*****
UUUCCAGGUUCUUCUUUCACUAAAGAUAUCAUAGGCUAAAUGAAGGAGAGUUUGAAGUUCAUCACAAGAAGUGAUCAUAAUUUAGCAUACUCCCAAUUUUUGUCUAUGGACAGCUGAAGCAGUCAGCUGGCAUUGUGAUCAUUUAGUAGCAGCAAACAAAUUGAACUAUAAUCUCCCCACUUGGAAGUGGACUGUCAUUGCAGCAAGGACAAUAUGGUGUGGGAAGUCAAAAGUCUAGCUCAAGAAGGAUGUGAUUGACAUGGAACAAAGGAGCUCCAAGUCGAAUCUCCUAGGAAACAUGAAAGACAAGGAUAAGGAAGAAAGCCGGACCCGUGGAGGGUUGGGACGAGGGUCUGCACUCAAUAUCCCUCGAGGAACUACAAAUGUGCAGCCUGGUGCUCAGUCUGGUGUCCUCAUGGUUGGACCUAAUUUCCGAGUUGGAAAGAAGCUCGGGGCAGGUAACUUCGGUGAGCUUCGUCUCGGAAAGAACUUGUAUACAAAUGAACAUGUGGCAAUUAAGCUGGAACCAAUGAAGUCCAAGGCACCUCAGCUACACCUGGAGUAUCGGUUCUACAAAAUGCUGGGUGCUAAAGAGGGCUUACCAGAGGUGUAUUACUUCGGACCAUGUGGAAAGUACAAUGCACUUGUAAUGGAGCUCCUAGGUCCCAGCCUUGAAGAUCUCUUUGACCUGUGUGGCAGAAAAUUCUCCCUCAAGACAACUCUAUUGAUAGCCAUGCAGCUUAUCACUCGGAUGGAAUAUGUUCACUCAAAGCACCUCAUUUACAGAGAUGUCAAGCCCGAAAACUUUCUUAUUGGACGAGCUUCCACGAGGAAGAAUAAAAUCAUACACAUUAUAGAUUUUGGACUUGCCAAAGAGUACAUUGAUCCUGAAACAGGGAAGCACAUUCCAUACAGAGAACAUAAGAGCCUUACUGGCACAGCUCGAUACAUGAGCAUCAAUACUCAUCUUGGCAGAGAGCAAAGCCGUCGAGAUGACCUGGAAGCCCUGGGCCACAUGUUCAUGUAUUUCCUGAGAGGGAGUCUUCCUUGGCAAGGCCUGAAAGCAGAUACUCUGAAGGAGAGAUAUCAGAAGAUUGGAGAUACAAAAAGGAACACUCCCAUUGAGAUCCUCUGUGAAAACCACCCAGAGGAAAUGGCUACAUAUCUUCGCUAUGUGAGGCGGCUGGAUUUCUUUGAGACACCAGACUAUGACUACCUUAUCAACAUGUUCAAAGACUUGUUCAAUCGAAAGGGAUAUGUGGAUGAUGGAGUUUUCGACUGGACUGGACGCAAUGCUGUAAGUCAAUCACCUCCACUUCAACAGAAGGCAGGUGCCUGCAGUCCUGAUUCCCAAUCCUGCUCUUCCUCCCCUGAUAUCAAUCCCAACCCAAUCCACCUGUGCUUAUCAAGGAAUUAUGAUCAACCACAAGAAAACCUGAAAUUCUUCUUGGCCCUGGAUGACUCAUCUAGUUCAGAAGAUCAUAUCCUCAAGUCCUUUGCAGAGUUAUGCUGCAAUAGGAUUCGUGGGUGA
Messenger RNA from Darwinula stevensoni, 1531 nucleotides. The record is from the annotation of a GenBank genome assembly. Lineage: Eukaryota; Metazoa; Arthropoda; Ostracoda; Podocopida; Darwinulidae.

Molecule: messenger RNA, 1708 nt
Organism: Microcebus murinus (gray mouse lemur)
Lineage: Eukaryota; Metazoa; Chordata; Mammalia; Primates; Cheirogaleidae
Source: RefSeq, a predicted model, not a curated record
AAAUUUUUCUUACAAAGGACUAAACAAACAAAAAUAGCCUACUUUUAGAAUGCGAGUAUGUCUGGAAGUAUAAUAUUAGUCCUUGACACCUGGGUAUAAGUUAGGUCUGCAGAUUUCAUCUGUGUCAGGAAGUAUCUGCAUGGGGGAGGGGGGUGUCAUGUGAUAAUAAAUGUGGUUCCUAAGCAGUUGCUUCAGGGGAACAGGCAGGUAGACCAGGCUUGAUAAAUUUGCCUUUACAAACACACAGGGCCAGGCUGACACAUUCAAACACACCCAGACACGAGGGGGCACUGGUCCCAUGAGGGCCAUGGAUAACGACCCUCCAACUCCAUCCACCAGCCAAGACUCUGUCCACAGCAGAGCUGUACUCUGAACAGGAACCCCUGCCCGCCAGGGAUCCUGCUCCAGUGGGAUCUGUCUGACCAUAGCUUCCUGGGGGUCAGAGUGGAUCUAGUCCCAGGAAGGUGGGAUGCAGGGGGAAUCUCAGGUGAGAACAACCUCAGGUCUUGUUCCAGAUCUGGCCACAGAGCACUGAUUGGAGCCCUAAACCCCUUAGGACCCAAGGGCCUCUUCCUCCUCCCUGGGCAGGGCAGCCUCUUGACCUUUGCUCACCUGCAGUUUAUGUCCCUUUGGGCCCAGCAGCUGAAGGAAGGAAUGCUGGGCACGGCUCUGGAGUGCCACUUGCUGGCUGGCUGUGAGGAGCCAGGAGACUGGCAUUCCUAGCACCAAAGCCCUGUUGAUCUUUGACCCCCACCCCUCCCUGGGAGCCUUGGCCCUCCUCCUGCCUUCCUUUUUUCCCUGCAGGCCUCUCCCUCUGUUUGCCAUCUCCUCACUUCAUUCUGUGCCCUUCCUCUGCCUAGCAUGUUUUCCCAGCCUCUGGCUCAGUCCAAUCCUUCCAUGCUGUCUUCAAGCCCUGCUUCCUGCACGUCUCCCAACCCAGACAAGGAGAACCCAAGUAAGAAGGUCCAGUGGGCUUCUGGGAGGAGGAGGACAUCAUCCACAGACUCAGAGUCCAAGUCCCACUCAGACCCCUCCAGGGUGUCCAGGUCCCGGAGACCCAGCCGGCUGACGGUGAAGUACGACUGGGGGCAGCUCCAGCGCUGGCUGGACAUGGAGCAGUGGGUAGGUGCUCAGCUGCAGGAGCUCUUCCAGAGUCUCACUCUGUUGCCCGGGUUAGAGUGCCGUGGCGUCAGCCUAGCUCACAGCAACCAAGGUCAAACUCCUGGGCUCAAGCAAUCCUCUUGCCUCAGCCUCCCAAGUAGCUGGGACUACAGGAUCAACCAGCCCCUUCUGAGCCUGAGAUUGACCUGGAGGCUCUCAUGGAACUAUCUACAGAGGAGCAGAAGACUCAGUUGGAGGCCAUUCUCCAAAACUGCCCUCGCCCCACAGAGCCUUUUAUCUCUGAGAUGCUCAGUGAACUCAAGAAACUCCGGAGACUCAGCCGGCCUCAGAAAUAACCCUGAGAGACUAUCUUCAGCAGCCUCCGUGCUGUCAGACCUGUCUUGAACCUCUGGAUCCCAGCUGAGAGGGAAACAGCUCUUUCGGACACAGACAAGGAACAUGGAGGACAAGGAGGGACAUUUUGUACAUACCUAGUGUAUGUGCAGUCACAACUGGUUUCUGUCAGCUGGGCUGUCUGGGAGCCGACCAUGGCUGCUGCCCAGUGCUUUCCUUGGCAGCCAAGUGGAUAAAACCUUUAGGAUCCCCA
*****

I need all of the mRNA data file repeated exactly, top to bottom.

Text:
UUUCCAGGUUCUUCUUUCACUAAAGAUAUCAUAGGCUAAAUGAAGGAGAGUUUGAAGUUCAUCACAAGAAGUGAUCAUAAUUUAGCAUACUCCCAAUUUUUGUCUAUGGACAGCUGAAGCAGUCAGCUGGCAUUGUGAUCAUUUAGUAGCAGCAAACAAAUUGAACUAUAAUCUCCCCACUUGGAAGUGGACUGUCAUUGCAGCAAGGACAAUAUGGUGUGGGAAGUCAAAAGUCUAGCUCAAGAAGGAUGUGAUUGACAUGGAACAAAGGAGCUCCAAGUCGAAUCUCCUAGGAAACAUGAAAGACAAGGAUAAGGAAGAAAGCCGGACCCGUGGAGGGUUGGGACGAGGGUCUGCACUCAAUAUCCCUCGAGGAACUACAAAUGUGCAGCCUGGUGCUCAGUCUGGUGUCCUCAUGGUUGGACCUAAUUUCCGAGUUGGAAAGAAGCUCGGGGCAGGUAACUUCGGUGAGCUUCGUCUCGGAAAGAACUUGUAUACAAAUGAACAUGUGGCAAUUAAGCUGGAACCAAUGAAGUCCAAGGCACCUCAGCUACACCUGGAGUAUCGGUUCUACAAAAUGCUGGGUGCUAAAGAGGGCUUACCAGAGGUGUAUUACUUCGGACCAUGUGGAAAGUACAAUGCACUUGUAAUGGAGCUCCUAGGUCCCAGCCUUGAAGAUCUCUUUGACCUGUGUGGCAGAAAAUUCUCCCUCAAGACAACUCUAUUGAUAGCCAUGCAGCUUAUCACUCGGAUGGAAUAUGUUCACUCAAAGCACCUCAUUUACAGAGAUGUCAAGCCCGAAAACUUUCUUAUUGGACGAGCUUCCACGAGGAAGAAUAAAAUCAUACACAUUAUAGAUUUUGGACUUGCCAAAGAGUACAUUGAUCCUGAAACAGGGAAGCACAUUCCAUACAGAGAACAUAAGAGCCUUACUGGCACAGCUCGAUACAUGAGCAUCAAUACUCAUCUUGGCAGAGAGCAAAGCCGUCGAGAUGACCUGGAAGCCCUGGGCCACAUGUUCAUGUAUUUCCUGAGAGGGAGUCUUCCUUGGCAAGGCCUGAAAGCAGAUACUCUGAAGGAGAGAUAUCAGAAGAUUGGAGAUACAAAAAGGAACACUCCCAUUGAGAUCCUCUGUGAAAACCACCCAGAGGAAAUGGCUACAUAUCUUCGCUAUGUGAGGCGGCUGGAUUUCUUUGAGACACCAGACUAUGACUACCUUAUCAACAUGUUCAAAGACUUGUUCAAUCGAAAGGGAUAUGUGGAUGAUGGAGUUUUCGACUGGACUGGACGCAAUGCUGUAAGUCAAUCACCUCCACUUCAACAGAAGGCAGGUGCCUGCAGUCCUGAUUCCCAAUCCUGCUCUUCCUCCCCUGAUAUCAAUCCCAACCCAAUCCACCUGUGCUUAUCAAGGAAUUAUGAUCAACCACAAGAAAACCUGAAAUUCUUCUUGGCCCUGGAUGACUCAUCUAGUUCAGAAGAUCAUAUCCUCAAGUCCUUUGCAGAGUUAUGCUGCAAUAGGAUUCGUGGGUGA
Messenger RNA from Darwinula stevensoni, 1531 nucleotides. The record is from the annotation of a GenBank genome assembly. Lineage: Eukaryota; Metazoa; Arthropoda; Ostracoda; Podocopida; Darwinulidae.

Molecule: messenger RNA, 1708 nt
Organism: Microcebus murinus (gray mouse lemur)
Lineage: Eukaryota; Metazoa; Chordata; Mammalia; Primates; Cheirogaleidae
Source: RefSeq, a predicted model, not a curated record
AAAUUUUUCUUACAAAGGACUAAACAAACAAAAAUAGCCUACUUUUAGAAUGCGAGUAUGUCUGGAAGUAUAAUAUUAGUCCUUGACACCUGGGUAUAAGUUAGGUCUGCAGAUUUCAUCUGUGUCAGGAAGUAUCUGCAUGGGGGAGGGGGGUGUCAUGUGAUAAUAAAUGUGGUUCCUAAGCAGUUGCUUCAGGGGAACAGGCAGGUAGACCAGGCUUGAUAAAUUUGCCUUUACAAACACACAGGGCCAGGCUGACACAUUCAAACACACCCAGACACGAGGGGGCACUGGUCCCAUGAGGGCCAUGGAUAACGACCCUCCAACUCCAUCCACCAGCCAAGACUCUGUCCACAGCAGAGCUGUACUCUGAACAGGAACCCCUGCCCGCCAGGGAUCCUGCUCCAGUGGGAUCUGUCUGACCAUAGCUUCCUGGGGGUCAGAGUGGAUCUAGUCCCAGGAAGGUGGGAUGCAGGGGGAAUCUCAGGUGAGAACAACCUCAGGUCUUGUUCCAGAUCUGGCCACAGAGCACUGAUUGGAGCCCUAAACCCCUUAGGACCCAAGGGCCUCUUCCUCCUCCCUGGGCAGGGCAGCCUCUUGACCUUUGCUCACCUGCAGUUUAUGUCCCUUUGGGCCCAGCAGCUGAAGGAAGGAAUGCUGGGCACGGCUCUGGAGUGCCACUUGCUGGCUGGCUGUGAGGAGCCAGGAGACUGGCAUUCCUAGCACCAAAGCCCUGUUGAUCUUUGACCCCCACCCCUCCCUGGGAGCCUUGGCCCUCCUCCUGCCUUCCUUUUUUCCCUGCAGGCCUCUCCCUCUGUUUGCCAUCUCCUCACUUCAUUCUGUGCCCUUCCUCUGCCUAGCAUGUUUUCCCAGCCUCUGGCUCAGUCCAAUCCUUCCAUGCUGUCUUCAAGCCCUGCUUCCUGCACGUCUCCCAACCCAGACAAGGAGAACCCAAGUAAGAAGGUCCAGUGGGCUUCUGGGAGGAGGAGGACAUCAUCCACAGACUCAGAGUCCAAGUCCCACUCAGACCCCUCCAGGGUGUCCAGGUCCCGGAGACCCAGCCGGCUGACGGUGAAGUACGACUGGGGGCAGCUCCAGCGCUGGCUGGACAUGGAGCAGUGGGUAGGUGCUCAGCUGCAGGAGCUCUUCCAGAGUCUCACUCUGUUGCCCGGGUUAGAGUGCCGUGGCGUCAGCCUAGCUCACAGCAACCAAGGUCAAACUCCUGGGCUCAAGCAAUCCUCUUGCCUCAGCCUCCCAAGUAGCUGGGACUACAGGAUCAACCAGCCCCUUCUGAGCCUGAGAUUGACCUGGAGGCUCUCAUGGAACUAUCUACAGAGGAGCAGAAGACUCAGUUGGAGGCCAUUCUCCAAAACUGCCCUCGCCCCACAGAGCCUUUUAUCUCUGAGAUGCUCAGUGAACUCAAGAAACUCCGGAGACUCAGCCGGCCUCAGAAAUAACCCUGAGAGACUAUCUUCAGCAGCCUCCGUGCUGUCAGACCUGUCUUGAACCUCUGGAUCCCAGCUGAGAGGGAAACAGCUCUUUCGGACACAGACAAGGAACAUGGAGGACAAGGAGGGACAUUUUGUACAUACCUAGUGUAUGUGCAGUCACAACUGGUUUCUGUCAGCUGGGCUGUCUGGGAGCCGACCAUGGCUGCUGCCCAGUGCUUUCCUUGGCAGCCAAGUGGAUAAAACCUUUAGGAUCCCCA